Arclight is... #11

Thursday, April 11, 2013

** Arclight is About Fear **

The people inside the Arclight are afraid. They know the Fade are trying to break in, and that they'll eventually succeed. They know the Fade have decimated the human population, snatching victims away into a world of perpetual darkness. And they know that the biggest piece of Fade-bait on the planet has been brought inside their compound, in the form of a teenage girl named Marina.

Marina's afraid, too, and not just of the Fade. She wants her memories back, but she's also terrified of what she'll see when she gets them because they were so awful her brain decided she should forget them. One day, she's certain she's going to wake screaming from a nightmare where she's drowning in the blood of her family and friends when she reclaims the knowledge of how they died.

Tobin, the son of Marina's late rescuer, has similar ghosts to deal with. Locked inside Marina's head are his father's last moments, maybe even his last words, and he's afraid of what they might have been. Until he hears her confirm his father's death, he can believe the man's alive, and in absence of that possibility, he can at least believe he died bravely. He's afraid of being alone.

Anne-Marie, Marina's best friend, is claustrophobic, making it difficult for her to tolerate the safe rooms where the kids are sent during raids. She puts on a smile, and chatters ninety-miles a minute, but inside, she's suffocating.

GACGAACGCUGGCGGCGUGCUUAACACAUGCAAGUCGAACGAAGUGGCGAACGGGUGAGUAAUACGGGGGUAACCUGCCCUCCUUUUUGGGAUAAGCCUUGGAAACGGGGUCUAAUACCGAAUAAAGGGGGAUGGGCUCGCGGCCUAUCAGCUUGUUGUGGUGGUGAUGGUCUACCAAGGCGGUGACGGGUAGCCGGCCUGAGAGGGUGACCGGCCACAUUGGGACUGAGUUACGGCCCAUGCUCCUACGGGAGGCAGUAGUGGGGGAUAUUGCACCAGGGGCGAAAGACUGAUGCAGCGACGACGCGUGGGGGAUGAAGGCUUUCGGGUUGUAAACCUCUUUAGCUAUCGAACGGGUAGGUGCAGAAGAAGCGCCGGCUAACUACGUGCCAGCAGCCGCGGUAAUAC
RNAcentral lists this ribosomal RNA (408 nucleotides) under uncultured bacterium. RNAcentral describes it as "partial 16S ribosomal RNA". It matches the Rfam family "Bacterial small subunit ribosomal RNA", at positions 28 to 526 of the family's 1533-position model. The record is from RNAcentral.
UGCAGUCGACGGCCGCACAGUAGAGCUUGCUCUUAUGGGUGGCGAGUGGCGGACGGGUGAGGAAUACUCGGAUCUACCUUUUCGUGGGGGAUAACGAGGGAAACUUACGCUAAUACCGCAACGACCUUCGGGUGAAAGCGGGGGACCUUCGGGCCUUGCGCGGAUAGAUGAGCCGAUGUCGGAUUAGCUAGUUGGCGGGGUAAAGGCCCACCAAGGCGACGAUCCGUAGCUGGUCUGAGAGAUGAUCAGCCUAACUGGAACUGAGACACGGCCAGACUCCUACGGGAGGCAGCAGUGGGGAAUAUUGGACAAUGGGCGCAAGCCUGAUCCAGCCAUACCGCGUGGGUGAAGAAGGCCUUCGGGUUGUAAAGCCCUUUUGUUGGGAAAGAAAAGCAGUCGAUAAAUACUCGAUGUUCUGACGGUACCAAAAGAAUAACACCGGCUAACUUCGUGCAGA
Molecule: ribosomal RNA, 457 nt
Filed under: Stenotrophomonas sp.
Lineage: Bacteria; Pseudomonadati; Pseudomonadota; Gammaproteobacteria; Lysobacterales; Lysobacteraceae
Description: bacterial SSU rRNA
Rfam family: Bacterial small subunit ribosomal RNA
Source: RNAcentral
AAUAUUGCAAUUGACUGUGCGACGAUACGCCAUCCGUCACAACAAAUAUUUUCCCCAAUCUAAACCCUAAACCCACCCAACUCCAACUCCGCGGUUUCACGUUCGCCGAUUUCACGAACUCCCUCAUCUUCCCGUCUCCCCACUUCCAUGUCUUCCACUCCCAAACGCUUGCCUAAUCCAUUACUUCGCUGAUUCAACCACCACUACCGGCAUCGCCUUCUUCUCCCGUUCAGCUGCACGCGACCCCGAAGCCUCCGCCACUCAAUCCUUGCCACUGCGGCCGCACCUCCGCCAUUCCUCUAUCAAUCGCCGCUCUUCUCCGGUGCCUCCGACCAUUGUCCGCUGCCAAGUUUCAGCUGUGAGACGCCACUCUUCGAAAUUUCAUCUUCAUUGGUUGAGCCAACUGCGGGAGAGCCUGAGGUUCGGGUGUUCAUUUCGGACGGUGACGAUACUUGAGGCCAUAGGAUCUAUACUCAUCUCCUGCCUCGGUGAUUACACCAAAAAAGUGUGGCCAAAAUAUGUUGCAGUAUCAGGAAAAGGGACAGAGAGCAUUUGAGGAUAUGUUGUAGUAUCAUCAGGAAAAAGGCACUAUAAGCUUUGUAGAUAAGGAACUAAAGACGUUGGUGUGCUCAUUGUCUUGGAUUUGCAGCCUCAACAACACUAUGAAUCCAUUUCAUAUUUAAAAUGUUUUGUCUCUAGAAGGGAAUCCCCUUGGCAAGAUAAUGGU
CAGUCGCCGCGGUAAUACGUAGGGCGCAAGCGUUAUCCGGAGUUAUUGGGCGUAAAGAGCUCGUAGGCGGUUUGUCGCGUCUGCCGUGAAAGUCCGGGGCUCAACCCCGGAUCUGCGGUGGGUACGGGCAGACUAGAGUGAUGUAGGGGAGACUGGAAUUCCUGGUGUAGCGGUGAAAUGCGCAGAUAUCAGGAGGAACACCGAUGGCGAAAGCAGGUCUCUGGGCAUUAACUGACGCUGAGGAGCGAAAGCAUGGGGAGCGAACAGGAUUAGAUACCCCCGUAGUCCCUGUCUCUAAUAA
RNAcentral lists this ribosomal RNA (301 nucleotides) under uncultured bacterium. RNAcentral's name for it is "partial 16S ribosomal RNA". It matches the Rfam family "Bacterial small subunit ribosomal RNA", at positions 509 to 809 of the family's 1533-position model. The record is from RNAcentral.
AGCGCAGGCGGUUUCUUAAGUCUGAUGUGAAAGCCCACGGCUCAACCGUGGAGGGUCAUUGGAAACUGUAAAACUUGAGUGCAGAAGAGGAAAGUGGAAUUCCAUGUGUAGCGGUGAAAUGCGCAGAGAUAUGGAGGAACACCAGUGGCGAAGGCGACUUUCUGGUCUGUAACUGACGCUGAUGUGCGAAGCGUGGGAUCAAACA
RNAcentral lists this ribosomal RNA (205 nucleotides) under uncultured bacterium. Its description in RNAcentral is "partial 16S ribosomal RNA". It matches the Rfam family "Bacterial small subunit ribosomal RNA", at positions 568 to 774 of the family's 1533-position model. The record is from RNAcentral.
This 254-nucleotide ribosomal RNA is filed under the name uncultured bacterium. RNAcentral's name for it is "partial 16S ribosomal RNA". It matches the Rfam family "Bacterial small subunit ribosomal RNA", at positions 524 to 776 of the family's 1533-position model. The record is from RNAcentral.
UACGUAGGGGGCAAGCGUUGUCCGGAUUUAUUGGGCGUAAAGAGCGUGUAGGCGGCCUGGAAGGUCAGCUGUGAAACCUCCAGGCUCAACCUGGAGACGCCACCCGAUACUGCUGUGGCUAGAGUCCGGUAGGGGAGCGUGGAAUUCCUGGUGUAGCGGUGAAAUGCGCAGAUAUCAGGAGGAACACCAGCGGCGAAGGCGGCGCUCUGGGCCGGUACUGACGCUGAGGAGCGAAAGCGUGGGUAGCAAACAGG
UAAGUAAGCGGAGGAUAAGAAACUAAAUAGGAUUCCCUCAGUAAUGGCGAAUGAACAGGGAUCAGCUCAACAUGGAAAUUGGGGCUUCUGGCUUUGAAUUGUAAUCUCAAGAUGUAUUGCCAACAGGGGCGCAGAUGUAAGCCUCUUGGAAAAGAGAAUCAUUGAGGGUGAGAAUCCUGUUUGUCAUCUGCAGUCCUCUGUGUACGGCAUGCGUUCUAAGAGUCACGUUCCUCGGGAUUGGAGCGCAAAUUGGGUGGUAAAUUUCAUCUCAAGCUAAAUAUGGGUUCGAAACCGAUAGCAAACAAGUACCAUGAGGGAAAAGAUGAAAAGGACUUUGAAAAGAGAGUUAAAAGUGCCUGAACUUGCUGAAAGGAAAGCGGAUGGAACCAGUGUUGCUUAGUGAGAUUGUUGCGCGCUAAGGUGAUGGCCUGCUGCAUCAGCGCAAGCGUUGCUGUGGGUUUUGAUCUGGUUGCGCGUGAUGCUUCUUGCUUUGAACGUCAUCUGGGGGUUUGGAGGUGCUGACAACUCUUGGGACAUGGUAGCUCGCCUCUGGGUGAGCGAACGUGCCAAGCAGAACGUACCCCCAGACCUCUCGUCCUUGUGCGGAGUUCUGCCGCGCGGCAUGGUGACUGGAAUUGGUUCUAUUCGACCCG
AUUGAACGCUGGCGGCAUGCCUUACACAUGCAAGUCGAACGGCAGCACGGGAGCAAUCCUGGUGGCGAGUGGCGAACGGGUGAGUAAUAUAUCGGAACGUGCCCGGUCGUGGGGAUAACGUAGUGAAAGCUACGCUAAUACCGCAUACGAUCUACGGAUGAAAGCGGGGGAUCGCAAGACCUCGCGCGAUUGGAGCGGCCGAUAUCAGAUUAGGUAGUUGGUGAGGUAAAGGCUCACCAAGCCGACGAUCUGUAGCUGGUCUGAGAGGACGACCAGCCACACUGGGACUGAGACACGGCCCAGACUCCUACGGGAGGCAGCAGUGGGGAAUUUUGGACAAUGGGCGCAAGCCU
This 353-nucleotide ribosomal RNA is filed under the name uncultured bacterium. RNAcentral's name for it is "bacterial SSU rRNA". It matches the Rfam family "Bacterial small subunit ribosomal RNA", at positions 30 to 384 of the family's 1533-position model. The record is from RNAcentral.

This is my favorite passage from the novel:



The amorphous swath of no-man's land called the Dark is literally the stuff of nightmares. When the Arclight's citizens put heads to pillows at dawn and close their eyes, it's the Dark that lays behind them. Phantoms and ghosts of fears which have compounded on top of each other for generations churn in a new primordial soup that gives birth to the worst. It creeps like the misty fog beyond our boundaries, and it's into that void I've now traveled.

^^ This is a peek at more than setting; it's how the world itself operates.

There are a few "natural" fears that are so common, science will tell you they're hard-wired into our brains for the sake of survival. Fire is one of them, though for the sake of the novel, fire's a good thing. The other two are darkness and the unknown, though I think the former is simply part of the latter.

Darkness is the playground of "what if." It takes the familiar and turns it into something alien. 

If you're in your house at 2pm and something runs across your roof, you probably assume it's a squirrel and don't give it a second thought. Fast forward 12 hours and hear the same noise, and suddenly that squirrel *might* be rabid, nine-feet tall and hungry for human flesh. In fact, it's probably not a squirrel at all - it's a zombie, and the apocalypse is starting in your backyard.

Now, imagine a world where there's never a sunrise to be seen because there's a black curtain between you and the sky. 

That's the Dark. It's an abyss, slowly stretching outward toward the last inhabitable places on the planet. Every day, no matter what window or door you look out, that's what you see. You don't know what's in it, but you're certain that it wants to kill you, and the only way to keep it back is with artificial lights that make sure night never falls.

Since no one ever goes into the Dark, it becomes every fear simultaneously, and that's a hard thing to face. But, if the potential pay off is high enough, people can convince themselves to endure a lot more than they believe they're capable of handling. Finding that line, determining what you're willing to risk everything for, is a big part of the novel, and I wonder what that threshold would be for some of you.

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